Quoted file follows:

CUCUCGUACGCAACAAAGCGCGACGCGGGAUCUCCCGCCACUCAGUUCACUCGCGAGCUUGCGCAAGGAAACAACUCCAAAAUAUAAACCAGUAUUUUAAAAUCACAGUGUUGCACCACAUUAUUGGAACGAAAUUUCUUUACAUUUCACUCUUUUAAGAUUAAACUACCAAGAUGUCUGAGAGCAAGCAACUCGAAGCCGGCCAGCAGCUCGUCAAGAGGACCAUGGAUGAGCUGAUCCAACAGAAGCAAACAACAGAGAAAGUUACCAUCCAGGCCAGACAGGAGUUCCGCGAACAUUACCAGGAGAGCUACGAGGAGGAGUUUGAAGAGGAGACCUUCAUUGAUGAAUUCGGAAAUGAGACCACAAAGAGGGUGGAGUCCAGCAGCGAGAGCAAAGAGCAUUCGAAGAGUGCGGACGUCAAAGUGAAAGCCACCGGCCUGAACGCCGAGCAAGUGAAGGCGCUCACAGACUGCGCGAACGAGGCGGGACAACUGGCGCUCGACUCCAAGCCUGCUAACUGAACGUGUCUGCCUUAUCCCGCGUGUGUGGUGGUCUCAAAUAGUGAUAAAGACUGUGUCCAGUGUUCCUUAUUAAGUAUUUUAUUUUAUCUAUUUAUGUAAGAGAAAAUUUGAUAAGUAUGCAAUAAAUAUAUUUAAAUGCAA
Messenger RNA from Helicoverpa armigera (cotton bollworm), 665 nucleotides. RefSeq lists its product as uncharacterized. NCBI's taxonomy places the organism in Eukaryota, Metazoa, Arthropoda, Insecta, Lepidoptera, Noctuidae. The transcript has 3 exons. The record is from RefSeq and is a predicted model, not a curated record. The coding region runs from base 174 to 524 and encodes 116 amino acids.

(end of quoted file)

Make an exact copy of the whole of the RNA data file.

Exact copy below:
CUCUCGUACGCAACAAAGCGCGACGCGGGAUCUCCCGCCACUCAGUUCACUCGCGAGCUUGCGCAAGGAAACAACUCCAAAAUAUAAACCAGUAUUUUAAAAUCACAGUGUUGCACCACAUUAUUGGAACGAAAUUUCUUUACAUUUCACUCUUUUAAGAUUAAACUACCAAGAUGUCUGAGAGCAAGCAACUCGAAGCCGGCCAGCAGCUCGUCAAGAGGACCAUGGAUGAGCUGAUCCAACAGAAGCAAACAACAGAGAAAGUUACCAUCCAGGCCAGACAGGAGUUCCGCGAACAUUACCAGGAGAGCUACGAGGAGGAGUUUGAAGAGGAGACCUUCAUUGAUGAAUUCGGAAAUGAGACCACAAAGAGGGUGGAGUCCAGCAGCGAGAGCAAAGAGCAUUCGAAGAGUGCGGACGUCAAAGUGAAAGCCACCGGCCUGAACGCCGAGCAAGUGAAGGCGCUCACAGACUGCGCGAACGAGGCGGGACAACUGGCGCUCGACUCCAAGCCUGCUAACUGAACGUGUCUGCCUUAUCCCGCGUGUGUGGUGGUCUCAAAUAGUGAUAAAGACUGUGUCCAGUGUUCCUUAUUAAGUAUUUUAUUUUAUCUAUUUAUGUAAGAGAAAAUUUGAUAAGUAUGCAAUAAAUAUAUUUAAAUGCAA
Messenger RNA from Helicoverpa armigera (cotton bollworm), 665 nucleotides. RefSeq lists its product as uncharacterized. NCBI's taxonomy places the organism in Eukaryota, Metazoa, Arthropoda, Insecta, Lepidoptera, Noctuidae. The transcript has 3 exons. The record is from RefSeq and is a predicted model, not a curated record. The coding region runs from base 174 to 524 and encodes 116 amino acids.